Are women beginning to assert themselves in Islamic societies? Perhaps.
CAIRO – The sexual harassment of women in the streets, schools and work places of the Arab world is driving them to cover up and confine themselves to their homes, said activists at the first-ever regional conference addressing the once taboo topic.
Activists from 17 countries across the region met in Cairo for a two-day conference ending Monday and concluded that harassment was unchecked across the region because laws don’t punish it, women don’t report it and the authorities ignore it.
The harassment, including groping and verbal abuse, is a daily experience women in the region face and makes them wary of going into public spaces, whether it’s the streets or jobs, the participants said. It happens regardless of what women are wearing.
With more and more women in schools, the workplace and politics, roles have changed but often traditional attitudes have not. Experts said in some places, like Egypt, harassment appears sometimes to be out of vengeance, from men blaming women for denied work opportunities.
Amal Madbouli, who wears the conservative face veil or niqab, told The Associated Press that despite her dress, she is harassed and described how a man came after her in the streets of her neighborhood.
“He hissed at me and kept asking me if I wanted to go with him to a quieter area, and to give him my phone number,” said Madbouli, a mother of two. “This is a national security issue. I am a mother, and I want to be reassured when my daughters go out on the streets.”
Statistics on harassment in the region have until recently been nonexistent, but a series of studies presented at the conference hinted at the widespread nature of the problem.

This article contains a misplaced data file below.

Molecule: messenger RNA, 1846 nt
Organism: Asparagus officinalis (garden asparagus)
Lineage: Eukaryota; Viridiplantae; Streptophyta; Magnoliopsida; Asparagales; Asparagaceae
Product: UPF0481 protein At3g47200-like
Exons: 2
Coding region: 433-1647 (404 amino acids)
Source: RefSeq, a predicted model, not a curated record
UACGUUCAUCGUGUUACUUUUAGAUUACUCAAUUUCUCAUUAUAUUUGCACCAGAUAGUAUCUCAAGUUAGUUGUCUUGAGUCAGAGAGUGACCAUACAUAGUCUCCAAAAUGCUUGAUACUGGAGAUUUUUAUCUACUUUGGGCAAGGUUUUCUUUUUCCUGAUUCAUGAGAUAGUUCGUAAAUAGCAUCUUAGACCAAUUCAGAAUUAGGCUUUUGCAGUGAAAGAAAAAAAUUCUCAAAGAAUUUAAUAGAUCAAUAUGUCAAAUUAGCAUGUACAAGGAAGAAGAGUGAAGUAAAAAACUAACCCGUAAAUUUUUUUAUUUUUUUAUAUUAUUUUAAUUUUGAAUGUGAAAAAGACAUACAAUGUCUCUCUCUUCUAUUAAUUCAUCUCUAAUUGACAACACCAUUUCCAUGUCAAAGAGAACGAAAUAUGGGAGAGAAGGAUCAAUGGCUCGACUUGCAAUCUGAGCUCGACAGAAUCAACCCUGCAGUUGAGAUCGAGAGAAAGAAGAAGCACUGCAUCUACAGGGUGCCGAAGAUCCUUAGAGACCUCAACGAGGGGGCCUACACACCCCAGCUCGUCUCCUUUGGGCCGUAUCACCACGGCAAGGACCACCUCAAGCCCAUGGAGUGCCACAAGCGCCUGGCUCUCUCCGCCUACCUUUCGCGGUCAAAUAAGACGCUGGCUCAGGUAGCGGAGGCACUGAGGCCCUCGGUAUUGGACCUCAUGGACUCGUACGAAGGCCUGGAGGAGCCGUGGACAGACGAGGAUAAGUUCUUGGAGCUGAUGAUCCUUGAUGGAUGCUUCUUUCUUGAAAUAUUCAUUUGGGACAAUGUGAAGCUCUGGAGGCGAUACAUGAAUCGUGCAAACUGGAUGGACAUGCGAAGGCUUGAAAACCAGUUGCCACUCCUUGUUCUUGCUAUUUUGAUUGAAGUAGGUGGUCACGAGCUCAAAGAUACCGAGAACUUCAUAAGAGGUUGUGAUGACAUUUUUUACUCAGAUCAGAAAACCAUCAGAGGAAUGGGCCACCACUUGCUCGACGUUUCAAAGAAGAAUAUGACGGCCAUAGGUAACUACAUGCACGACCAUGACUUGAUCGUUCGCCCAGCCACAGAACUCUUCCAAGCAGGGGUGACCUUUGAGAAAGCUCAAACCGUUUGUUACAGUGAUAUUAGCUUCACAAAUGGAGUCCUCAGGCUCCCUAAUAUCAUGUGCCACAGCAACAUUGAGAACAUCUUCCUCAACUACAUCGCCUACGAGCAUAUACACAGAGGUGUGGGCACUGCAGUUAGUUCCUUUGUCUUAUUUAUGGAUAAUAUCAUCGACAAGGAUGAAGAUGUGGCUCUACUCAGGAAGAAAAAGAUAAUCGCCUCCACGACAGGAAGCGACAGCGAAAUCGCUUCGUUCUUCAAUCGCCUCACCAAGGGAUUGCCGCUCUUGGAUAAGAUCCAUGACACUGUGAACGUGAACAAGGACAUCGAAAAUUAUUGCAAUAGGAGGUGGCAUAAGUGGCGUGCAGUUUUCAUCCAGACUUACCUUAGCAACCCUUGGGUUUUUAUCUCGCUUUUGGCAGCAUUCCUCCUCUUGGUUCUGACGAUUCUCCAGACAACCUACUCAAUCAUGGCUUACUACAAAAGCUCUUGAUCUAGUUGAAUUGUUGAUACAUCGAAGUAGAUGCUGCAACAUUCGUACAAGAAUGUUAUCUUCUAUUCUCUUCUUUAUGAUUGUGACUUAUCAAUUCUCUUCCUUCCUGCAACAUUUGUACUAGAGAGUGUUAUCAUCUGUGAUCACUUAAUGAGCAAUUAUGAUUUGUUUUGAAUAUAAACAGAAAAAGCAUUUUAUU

As many as 90 percent of Yemeni women say they have been hrassed, while in Egypt, out of a sample of 1,000, 83 percent reported being verbally or physically abused.
A study in Lebanon reported that more than 30 percent of women said they had been harassed there.
“We are facing a phenomena that is limiting women’s right to move … and is threatening women’s participation in all walks of life,” said Nehad Abul Komsan, an Egyptian activist who organized the event with funding from the U.N. and the Swedish development agency.
Harassment has long been a problem in Mideast nations. But it was little discussed until three years ago, when blogs gave posted amateur videos showing a crowd of men assaulting women in downtown Cairo during a major Muslim holiday in one of the most shocking harassment incidents in the region.
The public outcry sparked an unprecedented public acknowledgment of the problem in Egypt and elsewhere in the region, and drove the Egyptian government to consider two draft bills addressing sexual harassment.
Sexual harassment, including verbal and physical assault, has been specifically criminalized in only half a dozen Arab countries over the past five years. Most of the 22 Arab states outlaw overtly violent acts like rape or lewd acts in public areas, according to a study by Abul Komsan.
Participants at the conference said men are threatened by an increasingly active female labor force, with conservatives laying the blame for harassment on women’s dress and behavior.
In Syria, men from traditional homes go shopping in the market place instead of female family members to spare them harassment, said Sherifa Zuhur, a Lebanese-American academic at the conference.
Abul Komsan described how one of the victims of harassment she interviewed told her she had taken on the full-face veil to stave off the hassle.